Compressing gas with piston: reasons for temperature increase?

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ikihi
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So when volume decreases, pressure increases according to Boyle's Gas Law and the ideal Gas Law. In other words, compressing gas into a smaller volume increases the vapor pressure. And also, According to Gay-Lussac's Law and ideal Gas Law, when pressure increases on a gas, temperature also increases.

So am I correct in thinking that when a piston compresses gas ,the volume decreases; which increases pressure. Then this same higher pressure should make the temperature increase?

What are all of the sources behind higher pressure equaling higher temperature?

If temperature is proportional to the average kinetic energy of gas molecules then would just the fact of having more molecules in a smaller space increase the temperature due more kinetic collisions between the molecules and closer walls? Does it depend on how fast the volume is reduced by compression?

When you reduce a container volume by rapid compression, the temperature increases due to work on on the gas? This work transfers kinetic energy to gas molecules and extra energy should increase the temperature?
 
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  • #2
mjc123
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Boyle's law relates pressure and volume of a gas at constant temperature. Gay-Lussac's law relates the pressure and temperature at constant volume. You can't apply both of them at the same time. The ideal gas law generalises these laws (and Charles's law) to relate pressure, volume and temperature. Depending on the process, you can change any two of these properties while maintaining the third, or you can change all three at once. Thus it is not true to say, as a general rule, that reducing the volume increases the pressure and increases the temperature. It may do, it may not.
 
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jbriggs444
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When you reduce a container volume by rapid compression, the temperature increases due to work on on the gas? This work transfers kinetic energy to gas molecules and extra energy should increase the temperature?
Yes. Rapid compression or slow compression, both do work. Both result in gas molecules moving more energetically.

A compression rapid enough to produce pressure waves or turbulence in the gas would result in more work being done compared to a slow compression. Normally one would avoid such complications when trying to grasp the basics.
 
  • #4
ikihi
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Boyle's law relates pressure and volume of a gas at constant temperature. Gay-Lussac's law relates the pressure and temperature at constant volume. You can't apply both of them at the same time. The ideal gas law generalises these laws (and Charles's law) to relate pressure, volume and temperature. Depending on the process, you can change any two of these properties while maintaining the third, or you can change all three at once. Thus it is not true to say, as a general rule, that reducing the volume increases the pressure and increases the temperature. It may do, it may not.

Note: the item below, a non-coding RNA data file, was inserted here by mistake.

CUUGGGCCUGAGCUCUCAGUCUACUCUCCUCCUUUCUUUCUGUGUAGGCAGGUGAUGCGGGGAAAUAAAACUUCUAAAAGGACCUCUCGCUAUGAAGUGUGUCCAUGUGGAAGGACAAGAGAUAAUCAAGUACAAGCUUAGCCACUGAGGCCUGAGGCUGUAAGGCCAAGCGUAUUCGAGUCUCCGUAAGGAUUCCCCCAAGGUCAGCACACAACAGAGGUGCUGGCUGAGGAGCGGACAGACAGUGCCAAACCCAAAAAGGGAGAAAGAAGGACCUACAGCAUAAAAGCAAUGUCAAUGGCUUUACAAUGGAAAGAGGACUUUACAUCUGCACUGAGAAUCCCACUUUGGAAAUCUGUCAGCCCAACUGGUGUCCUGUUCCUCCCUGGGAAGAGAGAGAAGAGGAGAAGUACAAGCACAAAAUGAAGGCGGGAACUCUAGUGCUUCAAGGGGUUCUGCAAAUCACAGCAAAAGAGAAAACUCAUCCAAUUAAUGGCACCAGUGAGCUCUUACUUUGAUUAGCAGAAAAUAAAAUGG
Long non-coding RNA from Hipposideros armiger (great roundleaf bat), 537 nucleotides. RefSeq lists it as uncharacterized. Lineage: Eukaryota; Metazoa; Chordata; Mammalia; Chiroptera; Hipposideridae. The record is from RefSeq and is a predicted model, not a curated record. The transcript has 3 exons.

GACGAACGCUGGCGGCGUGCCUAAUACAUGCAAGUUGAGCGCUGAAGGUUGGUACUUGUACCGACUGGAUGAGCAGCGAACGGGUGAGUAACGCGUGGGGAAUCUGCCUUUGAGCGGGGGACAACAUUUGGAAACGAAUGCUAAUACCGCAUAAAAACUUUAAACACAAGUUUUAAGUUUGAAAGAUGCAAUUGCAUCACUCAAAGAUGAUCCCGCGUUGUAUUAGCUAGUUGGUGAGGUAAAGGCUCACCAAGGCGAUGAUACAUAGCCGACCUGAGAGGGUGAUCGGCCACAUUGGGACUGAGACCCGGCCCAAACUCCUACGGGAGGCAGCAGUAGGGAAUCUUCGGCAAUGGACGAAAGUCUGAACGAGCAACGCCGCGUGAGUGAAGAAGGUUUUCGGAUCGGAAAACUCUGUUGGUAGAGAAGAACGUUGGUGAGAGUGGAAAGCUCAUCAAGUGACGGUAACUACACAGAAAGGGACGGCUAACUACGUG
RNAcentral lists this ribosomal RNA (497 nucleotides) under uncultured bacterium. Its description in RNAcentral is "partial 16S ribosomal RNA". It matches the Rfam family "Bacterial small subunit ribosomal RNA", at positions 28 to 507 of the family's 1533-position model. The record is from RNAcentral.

When volume is reduced, pressure should increase and temperature should decrease according to these laws. So the reason for the temperature increase is only because of the work done on the gas molecules by the piston?
 
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jbriggs444
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When volume is reduced, pressure should increase and temperature should decrease according to these laws.
No. Those laws do not require that.

Normally in an adiabatic compression, volume is reduced, pressure is increased and temperature is also increased while amount of substance remains unchanged.

The air in the cylinder gets hot and pressurized. You can inject the kerosene to make the Diesel cycle go.

If you are doing things adiabatically then the relevant ideal gas law is PV=nRT. The others are not applicable because you are not holding the required things constant.
 
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  • #6
Anand Sivaram
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You can compress the gas typically in two processes - adiabatic compression or isothermal compression. Boyle's law speak only about isothermal compression.
For Adiabatic process the equation is PV^(gamma) = Constant.

For example, you compress air at 1 bar and 300K temperature to a volume of 1/10. If it is isothermal compression you could get a pressure of 10 bar after compression with the same 300K temperature.

But, if it is Adiabatic compression using the Adiabatic equation, you would see that the pressure would be rather 25 bars.
Now, using the Universal gas law with volume 1/10, pressure 25 bars the new temperature would be around 750K. That is the difference.
 

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